Burgers and battles


Bonjour Étranger Curieux,

You have discovered this lettre in Acacia, the cafe with the European vibes in Sinsa, the continental corner of Seoul. Perhaps you are dithering to decide if Acacia is a cafe or a café, that is to say, is it more London pub or Parisian bistro?

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Purists may scoff at the idea of a fusion yet it can be hard to diagnose what makes a pub a pub and a bistro a bistro.

If pubs were human, gangs of them would have drawers crammed with 100th birthday cards signed by Queen Elizabeth. Being a geriatric working well past retirement age seems to be a defining feature of the public house. Samuels Pepys, a 17th century member of Parliament whose sterling work for the British navy is shadowed by his diarist activity, wrote an account of watching the 1666 Great Fire of London from The Anchor. This pub still serves pints on the South Bank, as do many counterparts, multi-centennials bearing witness to the historical tapestry and serving as part of the local fabric.


Similarly, the pub’s French cousin has been comforting the café society for hundreds of years. ‘The Frenchman’s café is his club’, wrote Jonathan Cape in 1927. It is here the beautiful people rendez-vous to wallow and plot, exhibit and pose, debate and philosophise.

So, how do we define Acacia? Adjoining the boulevard of ginkgo trees and expensive boutiques,  Acacia’s circular pavement tables and flimsy-legged chairs make the statement, ‘Je suis un Parisian!’ Tall stools at a marble bar covered in fresh flowers suggest you have found the perfect venue to act out your French fantasy. Yet observe closer and discover details commonly found in your average ‘Crown and Sceptre’.


Cease your French poetry recitals at once and discharge that rakish, sooty-eyed homme from your grasp. Prepare for small talk about the weather and find a line to do some hard, orderly queuing.

Here come the British!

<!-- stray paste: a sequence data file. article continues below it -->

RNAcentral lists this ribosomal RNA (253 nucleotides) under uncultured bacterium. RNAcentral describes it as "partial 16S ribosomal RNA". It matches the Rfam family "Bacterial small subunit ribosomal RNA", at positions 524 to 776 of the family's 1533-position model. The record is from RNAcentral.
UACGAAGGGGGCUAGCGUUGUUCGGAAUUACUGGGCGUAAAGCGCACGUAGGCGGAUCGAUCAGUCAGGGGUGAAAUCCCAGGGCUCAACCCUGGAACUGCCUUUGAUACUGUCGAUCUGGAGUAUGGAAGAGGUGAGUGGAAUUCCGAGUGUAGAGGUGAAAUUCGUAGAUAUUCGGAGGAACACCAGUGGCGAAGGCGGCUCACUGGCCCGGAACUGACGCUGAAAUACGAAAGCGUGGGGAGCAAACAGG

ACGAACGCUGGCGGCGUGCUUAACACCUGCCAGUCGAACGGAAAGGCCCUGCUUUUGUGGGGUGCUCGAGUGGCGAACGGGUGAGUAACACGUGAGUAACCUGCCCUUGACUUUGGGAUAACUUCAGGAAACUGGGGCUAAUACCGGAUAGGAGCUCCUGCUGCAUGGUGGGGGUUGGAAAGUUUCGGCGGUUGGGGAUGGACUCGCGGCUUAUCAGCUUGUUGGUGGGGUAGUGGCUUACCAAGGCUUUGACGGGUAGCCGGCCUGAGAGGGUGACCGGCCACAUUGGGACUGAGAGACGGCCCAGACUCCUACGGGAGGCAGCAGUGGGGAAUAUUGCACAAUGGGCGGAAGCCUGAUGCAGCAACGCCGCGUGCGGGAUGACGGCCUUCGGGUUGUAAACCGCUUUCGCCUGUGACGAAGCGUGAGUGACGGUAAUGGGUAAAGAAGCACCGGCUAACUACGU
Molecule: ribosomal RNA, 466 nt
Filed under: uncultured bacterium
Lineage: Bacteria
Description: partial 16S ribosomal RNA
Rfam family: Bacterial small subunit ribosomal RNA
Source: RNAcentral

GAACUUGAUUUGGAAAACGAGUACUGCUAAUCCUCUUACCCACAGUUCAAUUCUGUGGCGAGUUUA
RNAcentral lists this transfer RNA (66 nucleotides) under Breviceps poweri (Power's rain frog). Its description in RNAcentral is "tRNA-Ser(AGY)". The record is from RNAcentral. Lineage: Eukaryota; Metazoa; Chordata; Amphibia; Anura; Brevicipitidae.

Framed pictures of ye olde cricketer, dried flowers and a collection of beer bottles on walls, quotes to rouse the drinker in you, wholesome pub grub on the menu includes spicy Hawaiian burgers (although scampi is woefully missing).


First bistro, then pub. The switcheroo sneaks up on you. Acacia is either wannabe Frenchie or balmy about Britain, either way, squint a bit and you are in Europe. The marriage works, yet historically the two cultures have not weaved together with such successful fluidity. For centuries, the froggies and roast beef have been bickering over football matches, the name of the channel that separates them and which nation has the wrinkliest bulldog.

The biggest squabble was the Napoleonic war years which culminated in the climax between each country’s heavyweight military leader. In the French corner was Napoleon Bonaparte. Sizing him up was British opposition, the Duke of Wellington. Two of the greatest strategic leaders of their time were to meet at the Battle of Waterloo. This was Godzilla takes on King Kong, Jaws squaring up to Moby Dick, Conor McGregor versus Floyd Mayweather. This showdown was the big one.


We both agree, dear Stranger, war has no winners so this letter shall not dwell on how the battle ended. The cardinal point is that war is horror and mockery. A story to emerge from the clash at Waterloo illustrates this. There came a moment during the skirmish when two cavalrymen clashing swords realised they held no ill feeling towards the other so rode off in separate directions. One of the soldiers, inspired by the war whoop of his rival, practises his own rallying cry when he gets walloped over the head. After tumbling from his horse, our fellow is bayoneted and lanced then has his thumb shot off. The enemy then steal everything from him including his trousers. Horror and mockery.

I hope this sad story has not turned you off your lunch. The purpose for this recount is to serve as a reminder of the fruitlessness of war. Centuries of fighting for what? France and Britain found no peace in their loathing so tried the alternative: friendship. It is reassuring these old adversaries now work together as allies.

So my dear Stranger, I ask that you put down the truffle parmesan fries and call a halt on the apple cinnamon & sausage french toast. Consider those with which you have had beef or whom you met with rhubarb. Has your battle left bad words or abrasive feeling suspended in the air? I hope you have released each other from the pointless baggage of negativity and are moving forward together with fresh positivity.

France and Britain, two nations with a long contentious history are now buddies. Acacia represents how the two can meet with harmony and in friendship. Only good can come of that.

Peace, love and cha cha cha.

Don’t behave!



Acacia Cafe and Bistro – a European marriage so nice I returned to try a Christmas orange Americano  

31-1 Dosandaero 13-gil, Gangnam-gu, Seoul

Sinsa station, line 3, exit 7

Monday – Sunday 11:30 – 23:00
How to apply for a birthday letter from Liz 


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